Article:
Canadian War Museum unveils new display of Victoria Cross medals from the Battle of Hill 70March 26, 2019
For immediate release
Ottawa, Ontario, March 26, 2019 — The Canadian War Museum is honoured to present the medals of all six men who received the Victoria Cross for their actions during the Battle of Hill 70. The medal sets of Private Harry Brown, Lieutenant Robert Hill Hanna, Sergeant Frederick Hobson, Sergeant Filip Konowal, Acting Major Okill Massey Learmonth and Private Michael James O’Rourke are now on view in the Museum’s Royal Canadian Legion Hall of Honour.
“The capture of Hill 70 was one of the hardest-fought victories for Canada during the First World War. We are proud to commemorate that victory by giving these medals a special place at the War Museum,” said Mark O’Neill, President and CEO of the Canadian War Museum and the Canadian Museum of History. “Together, these medals tell a story of extraordinary collective achievement, through six Canadians of different ranks and backgrounds who showed great courage and leadership when it counted most.”
The Victoria Cross (V.C.), the British Commonwealth’s (formerly the British Empire’s) highest military honour for bravery in battle, was created by Queen Victoria in 1856. During the First World War, 73 Canadians were awarded V.C.’s. Six went to men who demonstrated uncommon valour at the Battle of Hill 70, a significant Canadian victory.
Fought in northern France between August 15 and 25, 1917, the battle marked the first major action by the Canadian Corps under a Canadian commander — in this case, Lieutenant-General Sir Arthur Currie. By capturing the high ground of Hill 70, overlooking the German-occupied town of Lens, the Canadians forced dug-in defenders to leave their prepared trenches. The defenders were subsequently cut down in the open, suffering horrendous losses. But victory came at a high cost: more than 9,000 Canadians were killed, missing in action or wounded.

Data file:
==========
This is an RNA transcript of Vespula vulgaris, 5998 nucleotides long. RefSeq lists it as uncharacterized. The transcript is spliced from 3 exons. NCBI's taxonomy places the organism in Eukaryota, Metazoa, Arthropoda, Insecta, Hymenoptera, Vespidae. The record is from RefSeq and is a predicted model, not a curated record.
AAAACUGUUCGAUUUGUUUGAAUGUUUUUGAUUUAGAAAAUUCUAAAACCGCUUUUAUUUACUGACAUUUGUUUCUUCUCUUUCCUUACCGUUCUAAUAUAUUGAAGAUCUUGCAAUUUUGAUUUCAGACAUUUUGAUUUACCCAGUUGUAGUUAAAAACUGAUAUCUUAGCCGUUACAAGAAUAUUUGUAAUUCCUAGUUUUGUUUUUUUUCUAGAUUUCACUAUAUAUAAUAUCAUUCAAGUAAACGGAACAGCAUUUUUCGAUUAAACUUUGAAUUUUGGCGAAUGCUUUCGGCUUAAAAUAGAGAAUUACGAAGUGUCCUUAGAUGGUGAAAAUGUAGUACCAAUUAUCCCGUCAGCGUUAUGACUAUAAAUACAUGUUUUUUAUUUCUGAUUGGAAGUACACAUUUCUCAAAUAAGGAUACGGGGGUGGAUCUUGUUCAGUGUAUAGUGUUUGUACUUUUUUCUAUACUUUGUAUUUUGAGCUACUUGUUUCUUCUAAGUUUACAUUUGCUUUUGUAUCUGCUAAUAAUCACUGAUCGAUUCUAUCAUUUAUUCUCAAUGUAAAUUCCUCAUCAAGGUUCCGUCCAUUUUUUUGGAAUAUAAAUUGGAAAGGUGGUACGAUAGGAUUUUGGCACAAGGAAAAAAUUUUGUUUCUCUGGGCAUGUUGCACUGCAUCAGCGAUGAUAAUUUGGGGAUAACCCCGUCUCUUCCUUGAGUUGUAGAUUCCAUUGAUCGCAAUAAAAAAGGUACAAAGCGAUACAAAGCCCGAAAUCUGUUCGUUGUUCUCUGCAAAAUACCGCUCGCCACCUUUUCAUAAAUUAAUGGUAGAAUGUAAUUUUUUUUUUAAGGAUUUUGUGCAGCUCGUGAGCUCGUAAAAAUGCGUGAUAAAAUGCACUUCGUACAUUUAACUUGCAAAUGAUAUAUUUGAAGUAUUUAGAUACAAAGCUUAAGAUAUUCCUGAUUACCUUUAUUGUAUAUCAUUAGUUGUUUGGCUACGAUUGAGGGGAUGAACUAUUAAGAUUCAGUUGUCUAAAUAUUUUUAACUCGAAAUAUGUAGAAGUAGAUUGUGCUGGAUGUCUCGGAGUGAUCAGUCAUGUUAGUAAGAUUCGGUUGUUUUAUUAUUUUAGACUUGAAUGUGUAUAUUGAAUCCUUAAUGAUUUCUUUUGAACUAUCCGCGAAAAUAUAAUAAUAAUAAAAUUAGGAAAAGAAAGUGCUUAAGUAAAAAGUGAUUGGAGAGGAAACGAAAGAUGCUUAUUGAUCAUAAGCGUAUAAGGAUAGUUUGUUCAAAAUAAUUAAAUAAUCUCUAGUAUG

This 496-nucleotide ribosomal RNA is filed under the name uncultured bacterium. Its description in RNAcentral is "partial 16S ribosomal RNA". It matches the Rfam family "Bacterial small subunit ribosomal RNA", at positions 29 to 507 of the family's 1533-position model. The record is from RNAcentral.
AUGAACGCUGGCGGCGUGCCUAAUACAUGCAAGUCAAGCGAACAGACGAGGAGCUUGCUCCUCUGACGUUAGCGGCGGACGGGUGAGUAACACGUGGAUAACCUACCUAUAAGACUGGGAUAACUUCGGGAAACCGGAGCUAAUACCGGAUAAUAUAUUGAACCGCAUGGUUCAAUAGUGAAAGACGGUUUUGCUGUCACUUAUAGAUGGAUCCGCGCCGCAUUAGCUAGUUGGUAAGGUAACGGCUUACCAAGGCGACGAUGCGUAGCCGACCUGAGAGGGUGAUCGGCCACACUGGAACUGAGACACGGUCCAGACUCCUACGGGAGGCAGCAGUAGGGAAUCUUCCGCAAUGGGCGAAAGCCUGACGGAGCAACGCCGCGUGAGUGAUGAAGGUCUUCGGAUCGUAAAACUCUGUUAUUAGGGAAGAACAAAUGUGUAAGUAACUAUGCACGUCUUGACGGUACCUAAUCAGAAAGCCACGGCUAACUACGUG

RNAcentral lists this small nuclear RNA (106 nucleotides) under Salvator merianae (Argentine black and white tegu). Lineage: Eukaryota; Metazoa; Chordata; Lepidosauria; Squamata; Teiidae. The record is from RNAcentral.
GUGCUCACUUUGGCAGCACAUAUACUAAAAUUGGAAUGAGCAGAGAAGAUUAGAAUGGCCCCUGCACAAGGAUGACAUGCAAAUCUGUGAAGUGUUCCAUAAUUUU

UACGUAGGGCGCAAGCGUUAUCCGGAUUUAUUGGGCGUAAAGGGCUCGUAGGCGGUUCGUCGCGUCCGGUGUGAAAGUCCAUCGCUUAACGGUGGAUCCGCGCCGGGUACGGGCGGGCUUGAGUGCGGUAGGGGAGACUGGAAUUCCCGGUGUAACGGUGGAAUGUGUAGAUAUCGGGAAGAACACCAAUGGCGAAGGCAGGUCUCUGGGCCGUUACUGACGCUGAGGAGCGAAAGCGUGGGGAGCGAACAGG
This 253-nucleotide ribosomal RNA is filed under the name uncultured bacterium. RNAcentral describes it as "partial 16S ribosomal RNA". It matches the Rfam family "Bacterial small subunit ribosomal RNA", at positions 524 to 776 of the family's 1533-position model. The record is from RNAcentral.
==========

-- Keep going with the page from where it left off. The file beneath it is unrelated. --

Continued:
The Canadian War Museum holds four complete V.C. medal sets from the Battle of Hill 70. Last November, the Museum added Hanna’s V.C. to its Tilston Memorial Collection of Canadian Military Medals, where it joined the medal sets awarded to Brown, Hobson and Konowal. Learmonth’s medal set is on loan from the Governor General’s Foot Guards Regimental Museum, in Ottawa. O’Rourke’s medal set (replacement), on loan from the British Columbia Regiment (DCO) Museum Society, includes a replica of the V.C. — the original has been missing since the 1920s. The Hanna V.C. was acquired with the generous support of Cyril Woods through the Hill 70 Memorial Project, and with the assistance of the Museum’s National Collection Fund.
The Canadian War Museum collection currently holds 39 of the 99 Victoria Crosses awarded to Canadians, of which 33 are from the First World War.
The Canadian War Museum is Canada’s national museum of military history. Its mission is to promote public understanding of Canada’s military history in its personal, national and international dimensions. Work of the Canadian War Museum is made possible in part through financial support of the Government of Canada.
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